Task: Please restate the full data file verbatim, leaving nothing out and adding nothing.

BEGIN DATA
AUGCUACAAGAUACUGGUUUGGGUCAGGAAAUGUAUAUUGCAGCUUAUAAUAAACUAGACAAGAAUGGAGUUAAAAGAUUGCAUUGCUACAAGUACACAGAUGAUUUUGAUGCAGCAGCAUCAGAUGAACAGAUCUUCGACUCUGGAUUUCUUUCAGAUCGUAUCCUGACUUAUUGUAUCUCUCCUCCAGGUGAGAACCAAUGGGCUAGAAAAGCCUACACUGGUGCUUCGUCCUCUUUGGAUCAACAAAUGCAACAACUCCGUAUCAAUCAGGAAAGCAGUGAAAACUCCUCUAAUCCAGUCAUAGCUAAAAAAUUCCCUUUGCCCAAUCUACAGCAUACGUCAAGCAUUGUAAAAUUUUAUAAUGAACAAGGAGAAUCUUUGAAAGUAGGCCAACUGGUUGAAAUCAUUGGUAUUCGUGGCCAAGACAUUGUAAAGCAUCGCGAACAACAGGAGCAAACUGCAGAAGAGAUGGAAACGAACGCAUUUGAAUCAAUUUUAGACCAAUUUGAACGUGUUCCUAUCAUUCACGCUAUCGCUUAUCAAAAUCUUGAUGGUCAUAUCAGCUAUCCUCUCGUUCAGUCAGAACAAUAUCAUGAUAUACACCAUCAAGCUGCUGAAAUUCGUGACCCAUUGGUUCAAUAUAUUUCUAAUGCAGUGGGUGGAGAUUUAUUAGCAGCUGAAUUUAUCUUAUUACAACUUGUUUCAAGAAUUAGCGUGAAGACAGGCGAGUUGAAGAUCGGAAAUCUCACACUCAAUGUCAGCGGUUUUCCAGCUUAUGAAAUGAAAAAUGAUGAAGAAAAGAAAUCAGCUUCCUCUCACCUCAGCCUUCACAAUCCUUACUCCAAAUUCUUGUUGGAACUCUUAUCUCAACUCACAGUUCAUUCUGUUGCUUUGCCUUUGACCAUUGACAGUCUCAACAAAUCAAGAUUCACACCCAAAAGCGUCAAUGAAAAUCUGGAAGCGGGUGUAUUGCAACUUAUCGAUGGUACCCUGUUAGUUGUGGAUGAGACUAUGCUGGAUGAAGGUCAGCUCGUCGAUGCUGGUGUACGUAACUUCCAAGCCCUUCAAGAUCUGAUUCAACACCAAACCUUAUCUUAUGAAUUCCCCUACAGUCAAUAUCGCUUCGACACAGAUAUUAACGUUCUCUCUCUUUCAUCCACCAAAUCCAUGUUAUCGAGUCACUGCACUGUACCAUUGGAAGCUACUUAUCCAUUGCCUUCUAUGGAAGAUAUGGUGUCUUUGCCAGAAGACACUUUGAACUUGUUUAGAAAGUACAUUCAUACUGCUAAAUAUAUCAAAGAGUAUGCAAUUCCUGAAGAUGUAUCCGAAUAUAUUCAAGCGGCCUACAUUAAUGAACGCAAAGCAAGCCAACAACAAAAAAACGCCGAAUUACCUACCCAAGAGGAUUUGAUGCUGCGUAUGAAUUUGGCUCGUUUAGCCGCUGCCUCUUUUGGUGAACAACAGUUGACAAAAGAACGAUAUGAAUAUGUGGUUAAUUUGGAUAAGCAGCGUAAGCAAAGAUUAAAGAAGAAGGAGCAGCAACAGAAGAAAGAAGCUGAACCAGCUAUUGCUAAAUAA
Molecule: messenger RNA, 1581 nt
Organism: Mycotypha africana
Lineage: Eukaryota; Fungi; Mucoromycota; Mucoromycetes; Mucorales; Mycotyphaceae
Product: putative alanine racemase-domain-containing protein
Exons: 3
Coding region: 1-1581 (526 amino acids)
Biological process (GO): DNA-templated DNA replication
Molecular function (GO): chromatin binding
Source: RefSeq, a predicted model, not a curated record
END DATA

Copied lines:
AUGCUACAAGAUACUGGUUUGGGUCAGGAAAUGUAUAUUGCAGCUUAUAAUAAACUAGACAAGAAUGGAGUUAAAAGAUUGCAUUGCUACAAGUACACAGAUGAUUUUGAUGCAGCAGCAUCAGAUGAACAGAUCUUCGACUCUGGAUUUCUUUCAGAUCGUAUCCUGACUUAUUGUAUCUCUCCUCCAGGUGAGAACCAAUGGGCUAGAAAAGCCUACACUGGUGCUUCGUCCUCUUUGGAUCAACAAAUGCAACAACUCCGUAUCAAUCAGGAAAGCAGUGAAAACUCCUCUAAUCCAGUCAUAGCUAAAAAAUUCCCUUUGCCCAAUCUACAGCAUACGUCAAGCAUUGUAAAAUUUUAUAAUGAACAAGGAGAAUCUUUGAAAGUAGGCCAACUGGUUGAAAUCAUUGGUAUUCGUGGCCAAGACAUUGUAAAGCAUCGCGAACAACAGGAGCAAACUGCAGAAGAGAUGGAAACGAACGCAUUUGAAUCAAUUUUAGACCAAUUUGAACGUGUUCCUAUCAUUCACGCUAUCGCUUAUCAAAAUCUUGAUGGUCAUAUCAGCUAUCCUCUCGUUCAGUCAGAACAAUAUCAUGAUAUACACCAUCAAGCUGCUGAAAUUCGUGACCCAUUGGUUCAAUAUAUUUCUAAUGCAGUGGGUGGAGAUUUAUUAGCAGCUGAAUUUAUCUUAUUACAACUUGUUUCAAGAAUUAGCGUGAAGACAGGCGAGUUGAAGAUCGGAAAUCUCACACUCAAUGUCAGCGGUUUUCCAGCUUAUGAAAUGAAAAAUGAUGAAGAAAAGAAAUCAGCUUCCUCUCACCUCAGCCUUCACAAUCCUUACUCCAAAUUCUUGUUGGAACUCUUAUCUCAACUCACAGUUCAUUCUGUUGCUUUGCCUUUGACCAUUGACAGUCUCAACAAAUCAAGAUUCACACCCAAAAGCGUCAAUGAAAAUCUGGAAGCGGGUGUAUUGCAACUUAUCGAUGGUACCCUGUUAGUUGUGGAUGAGACUAUGCUGGAUGAAGGUCAGCUCGUCGAUGCUGGUGUACGUAACUUCCAAGCCCUUCAAGAUCUGAUUCAACACCAAACCUUAUCUUAUGAAUUCCCCUACAGUCAAUAUCGCUUCGACACAGAUAUUAACGUUCUCUCUCUUUCAUCCACCAAAUCCAUGUUAUCGAGUCACUGCACUGUACCAUUGGAAGCUACUUAUCCAUUGCCUUCUAUGGAAGAUAUGGUGUCUUUGCCAGAAGACACUUUGAACUUGUUUAGAAAGUACAUUCAUACUGCUAAAUAUAUCAAAGAGUAUGCAAUUCCUGAAGAUGUAUCCGAAUAUAUUCAAGCGGCCUACAUUAAUGAACGCAAAGCAAGCCAACAACAAAAAAACGCCGAAUUACCUACCCAAGAGGAUUUGAUGCUGCGUAUGAAUUUGGCUCGUUUAGCCGCUGCCUCUUUUGGUGAACAACAGUUGACAAAAGAACGAUAUGAAUAUGUGGUUAAUUUGGAUAAGCAGCGUAAGCAAAGAUUAAAGAAGAAGGAGCAGCAACAGAAGAAAGAAGCUGAACCAGCUAUUGCUAAAUAA
Molecule: messenger RNA, 1581 nt
Organism: Mycotypha africana
Lineage: Eukaryota; Fungi; Mucoromycota; Mucoromycetes; Mucorales; Mycotyphaceae
Product: putative alanine racemase-domain-containing protein
Exons: 3
Coding region: 1-1581 (526 amino acids)
Biological process (GO): DNA-templated DNA replication
Molecular function (GO): chromatin binding
Source: RefSeq, a predicted model, not a curated record